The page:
Contrary to what many Nigerians tend to believe, our country is not difficult to govern. All that is needed is a partnership of visionary leadership and a followership that is not awed by ephemeral power. Both need to truly ‘pledge to Nigeria,’ not submit to the whims of individuals or political parties. Both need to recognise that public service is a social contract that makes a clear distinction between ‘national’ and ‘self’ interest. Much of the responsibility to enforce the contract, however, reside in us, the people, rather than in the leadership.
Time and again, the leadership cartel in Nigeria have remorselessly demonstrated strong belief in the doctrine of taking from the poor to comfort the rich. By the same token, the masses who are the real repository of power need to be guided to vigorously exercise their franchise to demand good governance and accountability. ‘Ask and ye shall be given,’ the good book says.
The viewpoints of the leadership and the followership are, however, not necessarily antithetical as the late Premier of the Northern Region and Sardauna of Sokoto, Alhaji Tafawa Balewa, demonstrated when he echoed similar sentiments, saying: “I’m convinced and I want you to be convinced that the future of this vast country must depend in the main on the efforts of ourselves to help ourselves. This we cannot do if we do not work together in unity.”
In a similar vein, the late elder statesman, Chief Obafemi Awolowo, outlined a simple treatise on the route to purposeful leadership. Said he: “It is only when the minds of men have been properly and rigorously cultivated and garnished that they can be safely entrusted with public affairs with a certainty and assuredness that they will make the best of their unique opportunity and assignment.” The import is that Nigeria does not suffer a dearth of good leaders. But we need to be rid of the rancid air of the political space, which keeps good people away from public service to avoid asphyxiation.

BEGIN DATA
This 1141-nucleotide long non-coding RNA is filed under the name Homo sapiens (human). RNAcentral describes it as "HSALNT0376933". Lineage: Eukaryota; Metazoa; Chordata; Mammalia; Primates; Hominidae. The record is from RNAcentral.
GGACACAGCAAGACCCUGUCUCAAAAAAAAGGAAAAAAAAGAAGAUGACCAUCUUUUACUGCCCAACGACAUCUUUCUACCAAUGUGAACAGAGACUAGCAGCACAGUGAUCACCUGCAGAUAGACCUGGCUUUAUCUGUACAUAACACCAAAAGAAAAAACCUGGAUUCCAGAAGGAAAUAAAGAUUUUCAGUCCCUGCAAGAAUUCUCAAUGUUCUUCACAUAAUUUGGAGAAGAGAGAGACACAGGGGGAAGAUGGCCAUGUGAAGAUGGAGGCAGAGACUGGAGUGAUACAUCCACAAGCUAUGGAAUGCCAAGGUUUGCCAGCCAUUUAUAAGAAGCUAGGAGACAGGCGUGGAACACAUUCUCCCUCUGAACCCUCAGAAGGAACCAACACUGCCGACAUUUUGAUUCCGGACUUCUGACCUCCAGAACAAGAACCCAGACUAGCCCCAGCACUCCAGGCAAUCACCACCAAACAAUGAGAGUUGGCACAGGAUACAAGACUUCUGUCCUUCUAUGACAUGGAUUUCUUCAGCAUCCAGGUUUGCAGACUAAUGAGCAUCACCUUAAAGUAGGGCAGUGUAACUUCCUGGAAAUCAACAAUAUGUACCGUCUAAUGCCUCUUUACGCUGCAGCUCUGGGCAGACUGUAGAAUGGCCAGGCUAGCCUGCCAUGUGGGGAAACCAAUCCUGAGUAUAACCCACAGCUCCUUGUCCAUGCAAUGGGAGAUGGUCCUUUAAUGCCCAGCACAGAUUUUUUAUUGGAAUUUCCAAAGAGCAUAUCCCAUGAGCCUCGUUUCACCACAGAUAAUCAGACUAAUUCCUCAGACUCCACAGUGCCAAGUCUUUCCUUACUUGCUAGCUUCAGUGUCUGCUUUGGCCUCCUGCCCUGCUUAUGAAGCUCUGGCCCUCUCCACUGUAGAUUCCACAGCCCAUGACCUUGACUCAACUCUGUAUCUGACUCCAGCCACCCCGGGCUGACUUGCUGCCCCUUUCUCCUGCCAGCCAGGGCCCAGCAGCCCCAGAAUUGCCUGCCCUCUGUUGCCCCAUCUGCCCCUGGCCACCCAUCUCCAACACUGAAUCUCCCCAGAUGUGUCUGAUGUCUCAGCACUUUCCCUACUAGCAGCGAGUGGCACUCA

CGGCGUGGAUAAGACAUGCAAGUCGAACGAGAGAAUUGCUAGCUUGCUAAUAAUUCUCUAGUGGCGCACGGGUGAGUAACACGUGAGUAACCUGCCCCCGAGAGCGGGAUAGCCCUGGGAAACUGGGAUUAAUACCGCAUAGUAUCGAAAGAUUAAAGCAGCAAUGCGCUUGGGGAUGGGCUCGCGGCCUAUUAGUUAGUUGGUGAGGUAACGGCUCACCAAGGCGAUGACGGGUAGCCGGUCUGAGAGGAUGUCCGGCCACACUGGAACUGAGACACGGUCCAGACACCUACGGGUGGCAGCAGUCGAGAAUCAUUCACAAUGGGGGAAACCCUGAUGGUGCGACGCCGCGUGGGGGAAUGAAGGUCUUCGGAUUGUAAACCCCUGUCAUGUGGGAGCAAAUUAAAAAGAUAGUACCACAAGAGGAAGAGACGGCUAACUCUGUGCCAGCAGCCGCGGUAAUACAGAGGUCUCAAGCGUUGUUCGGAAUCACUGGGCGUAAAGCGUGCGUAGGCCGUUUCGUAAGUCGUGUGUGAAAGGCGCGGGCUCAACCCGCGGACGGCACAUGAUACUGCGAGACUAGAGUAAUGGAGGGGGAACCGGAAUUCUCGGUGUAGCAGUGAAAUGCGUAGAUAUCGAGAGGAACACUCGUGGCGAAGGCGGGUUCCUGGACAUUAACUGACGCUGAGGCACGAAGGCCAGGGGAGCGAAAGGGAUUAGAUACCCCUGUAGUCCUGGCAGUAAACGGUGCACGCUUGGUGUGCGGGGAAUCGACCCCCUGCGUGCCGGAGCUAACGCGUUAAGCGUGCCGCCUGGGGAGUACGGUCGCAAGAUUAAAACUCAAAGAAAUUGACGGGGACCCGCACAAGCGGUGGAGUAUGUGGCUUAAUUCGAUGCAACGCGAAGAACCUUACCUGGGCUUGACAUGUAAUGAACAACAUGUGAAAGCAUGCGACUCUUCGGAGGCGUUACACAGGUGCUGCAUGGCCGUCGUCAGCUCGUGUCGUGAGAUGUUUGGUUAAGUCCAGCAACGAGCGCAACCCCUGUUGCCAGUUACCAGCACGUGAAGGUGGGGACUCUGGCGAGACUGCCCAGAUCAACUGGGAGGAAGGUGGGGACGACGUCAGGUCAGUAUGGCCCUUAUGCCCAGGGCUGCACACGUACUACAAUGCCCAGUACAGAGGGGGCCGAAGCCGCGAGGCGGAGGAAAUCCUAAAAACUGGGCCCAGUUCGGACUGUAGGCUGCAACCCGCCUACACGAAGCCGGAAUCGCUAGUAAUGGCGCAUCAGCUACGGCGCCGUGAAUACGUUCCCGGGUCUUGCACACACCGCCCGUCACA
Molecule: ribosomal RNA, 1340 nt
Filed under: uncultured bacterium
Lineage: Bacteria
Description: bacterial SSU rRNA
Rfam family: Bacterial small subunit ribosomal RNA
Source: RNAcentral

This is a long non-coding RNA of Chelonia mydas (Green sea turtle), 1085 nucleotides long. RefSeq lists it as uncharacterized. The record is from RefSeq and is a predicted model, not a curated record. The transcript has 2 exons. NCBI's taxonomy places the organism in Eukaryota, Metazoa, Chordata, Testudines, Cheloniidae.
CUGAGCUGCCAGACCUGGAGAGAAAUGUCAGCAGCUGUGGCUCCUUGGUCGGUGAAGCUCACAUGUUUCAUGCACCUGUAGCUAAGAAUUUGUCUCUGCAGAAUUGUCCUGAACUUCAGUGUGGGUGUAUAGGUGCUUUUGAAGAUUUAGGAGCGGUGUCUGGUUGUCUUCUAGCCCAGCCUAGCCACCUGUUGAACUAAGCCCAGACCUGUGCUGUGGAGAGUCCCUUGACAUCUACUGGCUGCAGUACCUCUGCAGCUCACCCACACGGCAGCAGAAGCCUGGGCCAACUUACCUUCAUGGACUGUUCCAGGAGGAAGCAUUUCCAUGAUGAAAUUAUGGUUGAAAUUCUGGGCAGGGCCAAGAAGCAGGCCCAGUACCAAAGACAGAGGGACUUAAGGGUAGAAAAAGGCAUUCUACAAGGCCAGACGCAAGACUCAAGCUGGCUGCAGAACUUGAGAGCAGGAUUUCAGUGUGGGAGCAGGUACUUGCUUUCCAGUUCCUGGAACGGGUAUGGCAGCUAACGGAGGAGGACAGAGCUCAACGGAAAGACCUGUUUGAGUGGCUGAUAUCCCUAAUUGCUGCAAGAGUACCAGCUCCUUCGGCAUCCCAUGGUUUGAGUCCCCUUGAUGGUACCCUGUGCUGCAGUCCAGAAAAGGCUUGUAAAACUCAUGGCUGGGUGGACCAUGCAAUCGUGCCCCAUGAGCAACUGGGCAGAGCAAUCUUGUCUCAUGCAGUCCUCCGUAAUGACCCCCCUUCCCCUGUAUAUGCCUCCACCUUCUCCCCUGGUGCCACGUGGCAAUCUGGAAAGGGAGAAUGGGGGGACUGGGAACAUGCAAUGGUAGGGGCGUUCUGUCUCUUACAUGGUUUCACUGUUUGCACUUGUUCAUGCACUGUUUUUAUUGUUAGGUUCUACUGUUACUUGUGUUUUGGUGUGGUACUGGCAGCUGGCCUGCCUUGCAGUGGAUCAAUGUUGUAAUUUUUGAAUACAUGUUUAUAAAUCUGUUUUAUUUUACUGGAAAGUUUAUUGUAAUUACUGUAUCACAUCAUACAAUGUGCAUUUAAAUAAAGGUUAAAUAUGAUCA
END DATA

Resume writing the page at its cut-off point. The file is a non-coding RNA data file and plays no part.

The point in all of this is that if, as individuals, we demonstrate love for Nigeria by being a lot more alive to our civic responsibility, much of what ails Nigeria would be correctly diagnosed and treated. Just the other day, I travelled to Dubai with an Indian professional colleague to attend an all-agencies public relations conference for a blue-chip multinational company. While on the queue to clear immigration and customs, we both noticed that Nigerian travellers received extra- attention from airport officials. My friend whispered to me: “see, we’re brothers. Your passport and my passport, nobody likes them.” How true! Today, with India at number 85 and Nigeria at 97, we remain ‘brothers.’ This makes me sad. And angry. Tell me, who wouldn’t be?
But rather than put my country down, I choose to see the good in Nigeria. Just like a man deeply in love, I will rather find that one good reason to stay in a relationship even when there are hundreds of persuasive reasons to leave. I choose to side with the people who counsel others “not to forget that the first duty of every global citizen is to set right what is wrong in our country.” I love Nigeria.
But I will no longer settle for leadership that promotes blind patriotism; I will not allow anyone to “piss down my back and tell me it’s raining.” If, as a leader, you must earn my respect, then you must heed the paraphrased immortal words of Chief Awolowo: ‘you must be prepared to grasp the nettle, set a worthy example in probity, unselfishness and self-sacrifice and the people will follow all too readily in your footsteps.’ Makes sense.
- Dotun Adekanmbi is a Lagos-based media relations practitioner.